By Mitch Earleywine
A lot has changed this year in cannabis prohibition. Science and policy march on. Legendary legalization laws in Colorado and Washington have generated astounding news coverage. Maryland is the latest state to change policies. A look at these states can reveal a lot about the research on relevant topics, too.
Colorado and Taxes
Colorado provides taxed and regulated access to recreational users for the first time since 1937’s Marijuana Tax Act. Money rolls into the state’s coffers (roughly $3.4 million in January and February) and the sky has yet to fall. Some observers grouse that the taxes on the recreational market are not generating as much as pundits predicted, as if economic wonks have never guessed wrong before. Apparently, fewer medical users switched from their medical sources to the recreational suppliers. Given that the tax on medical cannabis is 2.9% and the recreational sources cost an additional 25%, we shouldn’t be stunned. It’s nice to see that people behave rationally. It’s only been a few months (since 1 January 2014), but the anticipated spikes in emergency room visits, psychotic breaks, and teen use are nowhere to be found.
Washington and DUI
Washington State continues to hammer out details for how their legal market will work. A per se driving law there has generated controversy. All 50 states prohibit driving while impaired after using cannabis, but the majority require prosecutors to prove recent use and unsafe operation. In contrast, these per se laws essentially make it illegal to drive with a specified amount of cannabis metabolites in the blood. Perfectly competent, safe drivers with the specified amount of metabolites are still breaking the law. For Washington State, the specified amount is 5ng/ml. Unfortunately, this level does not say much about actual impairment and laws like these don’t decrease traffic fatalities. Medical users, who often have more than the specified amount of metabolites, are particularly worried. Though they have developed tolerance to the plant with frequent use and likely show fine driving skill, they remain open for arrest. Plenty of prescription and over-the-counter medications have the potential to impair driving, but comparable laws for these drugs are not on the books. Given the potential for biased enforcement, per se laws like these will undoubtedly face challenges. Standard roadside sobriety tests like those used for alcohol, though less than perfect, might be fairer.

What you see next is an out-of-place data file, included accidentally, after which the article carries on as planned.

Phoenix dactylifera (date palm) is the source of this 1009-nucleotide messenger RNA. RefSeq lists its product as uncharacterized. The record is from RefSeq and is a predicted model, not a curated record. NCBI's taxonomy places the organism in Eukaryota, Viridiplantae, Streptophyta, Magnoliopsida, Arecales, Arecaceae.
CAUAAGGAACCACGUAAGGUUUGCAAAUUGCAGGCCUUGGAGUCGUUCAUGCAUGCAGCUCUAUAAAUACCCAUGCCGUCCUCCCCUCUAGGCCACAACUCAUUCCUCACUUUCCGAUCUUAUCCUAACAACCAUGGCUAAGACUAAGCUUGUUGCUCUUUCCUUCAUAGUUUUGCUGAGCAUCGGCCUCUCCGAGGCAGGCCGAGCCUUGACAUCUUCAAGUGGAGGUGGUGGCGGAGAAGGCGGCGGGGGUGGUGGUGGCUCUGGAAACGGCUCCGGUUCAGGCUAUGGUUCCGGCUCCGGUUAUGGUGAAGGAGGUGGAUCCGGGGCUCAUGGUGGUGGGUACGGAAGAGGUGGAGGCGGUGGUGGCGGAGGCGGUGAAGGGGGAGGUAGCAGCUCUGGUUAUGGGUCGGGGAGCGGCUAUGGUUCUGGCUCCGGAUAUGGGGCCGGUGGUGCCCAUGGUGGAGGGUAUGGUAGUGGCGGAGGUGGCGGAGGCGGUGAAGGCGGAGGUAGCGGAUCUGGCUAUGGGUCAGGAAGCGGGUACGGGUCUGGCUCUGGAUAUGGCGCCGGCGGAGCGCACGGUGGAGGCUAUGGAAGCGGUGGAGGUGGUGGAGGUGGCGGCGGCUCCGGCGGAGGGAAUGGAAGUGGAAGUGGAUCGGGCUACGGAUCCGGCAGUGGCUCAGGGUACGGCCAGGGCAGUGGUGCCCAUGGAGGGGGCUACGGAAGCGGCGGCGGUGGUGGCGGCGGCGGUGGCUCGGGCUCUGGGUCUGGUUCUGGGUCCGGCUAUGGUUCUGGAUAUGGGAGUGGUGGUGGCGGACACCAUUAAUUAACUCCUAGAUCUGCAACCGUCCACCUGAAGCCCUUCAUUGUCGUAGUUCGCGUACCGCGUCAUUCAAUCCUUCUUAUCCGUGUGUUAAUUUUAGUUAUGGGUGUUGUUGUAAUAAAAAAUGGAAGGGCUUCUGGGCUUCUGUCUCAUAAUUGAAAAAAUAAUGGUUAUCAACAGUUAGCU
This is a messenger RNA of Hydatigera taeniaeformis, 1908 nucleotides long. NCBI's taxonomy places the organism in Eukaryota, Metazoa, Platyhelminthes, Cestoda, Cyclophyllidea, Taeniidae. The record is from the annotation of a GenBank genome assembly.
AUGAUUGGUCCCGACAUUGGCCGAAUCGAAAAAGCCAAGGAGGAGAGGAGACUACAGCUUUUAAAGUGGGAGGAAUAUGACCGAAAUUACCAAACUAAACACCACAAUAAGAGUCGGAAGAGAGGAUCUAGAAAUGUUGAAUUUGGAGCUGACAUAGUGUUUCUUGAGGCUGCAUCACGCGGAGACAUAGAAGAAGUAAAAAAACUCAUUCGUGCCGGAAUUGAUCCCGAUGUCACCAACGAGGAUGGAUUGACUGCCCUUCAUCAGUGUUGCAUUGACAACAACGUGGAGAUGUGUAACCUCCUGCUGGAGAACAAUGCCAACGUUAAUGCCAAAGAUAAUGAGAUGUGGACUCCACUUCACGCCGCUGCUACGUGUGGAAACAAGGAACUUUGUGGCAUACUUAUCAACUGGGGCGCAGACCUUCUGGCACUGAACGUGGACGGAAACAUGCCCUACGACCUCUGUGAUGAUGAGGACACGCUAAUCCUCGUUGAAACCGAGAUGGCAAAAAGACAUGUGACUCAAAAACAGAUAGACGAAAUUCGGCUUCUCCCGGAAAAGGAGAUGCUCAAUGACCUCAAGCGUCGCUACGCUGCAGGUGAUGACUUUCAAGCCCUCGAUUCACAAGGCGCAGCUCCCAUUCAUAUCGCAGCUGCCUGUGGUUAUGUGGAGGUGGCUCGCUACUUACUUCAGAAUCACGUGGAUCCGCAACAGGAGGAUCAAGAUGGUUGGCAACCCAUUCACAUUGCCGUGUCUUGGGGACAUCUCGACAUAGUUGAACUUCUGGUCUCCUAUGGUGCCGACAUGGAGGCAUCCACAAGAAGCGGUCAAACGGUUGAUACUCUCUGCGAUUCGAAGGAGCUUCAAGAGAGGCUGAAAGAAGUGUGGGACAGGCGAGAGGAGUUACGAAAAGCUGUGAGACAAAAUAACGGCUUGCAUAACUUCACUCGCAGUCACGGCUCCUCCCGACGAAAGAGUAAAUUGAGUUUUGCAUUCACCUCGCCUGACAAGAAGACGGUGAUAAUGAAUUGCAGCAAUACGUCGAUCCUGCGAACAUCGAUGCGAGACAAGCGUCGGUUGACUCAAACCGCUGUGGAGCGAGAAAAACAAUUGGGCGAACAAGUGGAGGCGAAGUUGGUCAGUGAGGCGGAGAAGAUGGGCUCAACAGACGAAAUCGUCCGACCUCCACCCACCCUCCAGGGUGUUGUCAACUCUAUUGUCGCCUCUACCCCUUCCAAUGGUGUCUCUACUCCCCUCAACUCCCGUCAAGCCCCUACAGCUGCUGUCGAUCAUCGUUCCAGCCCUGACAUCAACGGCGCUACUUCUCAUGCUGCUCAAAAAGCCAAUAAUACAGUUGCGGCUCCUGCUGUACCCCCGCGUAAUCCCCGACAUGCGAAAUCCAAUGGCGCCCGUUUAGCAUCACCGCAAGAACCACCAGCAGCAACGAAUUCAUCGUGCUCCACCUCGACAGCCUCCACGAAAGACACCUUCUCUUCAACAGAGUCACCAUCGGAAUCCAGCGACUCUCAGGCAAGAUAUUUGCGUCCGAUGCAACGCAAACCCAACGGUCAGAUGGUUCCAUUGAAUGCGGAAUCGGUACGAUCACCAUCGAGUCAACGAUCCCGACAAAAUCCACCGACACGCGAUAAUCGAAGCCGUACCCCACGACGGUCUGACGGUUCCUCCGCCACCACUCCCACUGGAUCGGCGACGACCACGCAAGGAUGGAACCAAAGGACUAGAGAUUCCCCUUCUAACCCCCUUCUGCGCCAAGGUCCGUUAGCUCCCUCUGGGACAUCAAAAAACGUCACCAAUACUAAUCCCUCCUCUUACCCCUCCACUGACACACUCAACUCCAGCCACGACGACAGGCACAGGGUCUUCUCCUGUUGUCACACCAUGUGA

Maryland and Rising Change
A few days ago, the governor of Maryland signed bills removing criminal penalties for possession of small amounts of cannabis and setting up medical distribution. Citizens there caught with 10 grams of the plant risk arrest, a criminal record, a $500 fine, and up to 90 days in jail. After 1 October 2014, they’ll get slapped with a $100 fine for their first offense. Decriminalization can mean different things in different states, especially given the varied styles of police enforcement in each area. But comparable laws appear in Alaska, Connecticut, Maine, Massachusetts, Minnesota, Mississippi, Nebraska, New York, North Carolina, and others. These laws have the potential to free up law enforcement time to decrease serious crimes.
Maryland will also become the 21st medical cannabis state. Over a third of the US population lives in states with medical cannabis laws now, but the details of distribution remain perplexing. Markedly fewer have access than this statistic would imply. Medical marijuana laws have provided the plant for the sickest of the sick, but without increasing teen use. They also appear to decrease traffic fatalities, perhaps by decreasing alcohol consumption. Medical marijuana laws appear to lower suicide rates in men by 5%, perhaps also via the impact on drinking.
Reaching the Public
A Pew Poll earlier this month suggests that data like these and changes in state laws accompany altered public opinion.
More people than ever (52%) support a legal market in the plant. Less than ¼ think possession should lead to jail time. Over 60% think that alcohol is more dangerous than cannabis. With attitudes like these, comparisons to the repeal of alcohol prohibition are loud and numerous. Though no one has a crystal ball and it’s impossible to guess the implications of policies that haven’t been around long, everyone agrees we’re in for an informative and wild ride in the years ahead.
Mitch Earleywine, Ph.D. is Associate Professor of Clinical Science and Director of Clinical Training in Psychology at the University of Southern California. He is the author of Pot Politics: Marijuana and the Costs of Prohibition and Understanding Marijuana: A New Look at the Scientific Evidence. He has received nine teaching awards for his courses on drugs and human behavior and is a leading researcher in psychology and addictions. He is Associate Editor of The Behavior Therapist.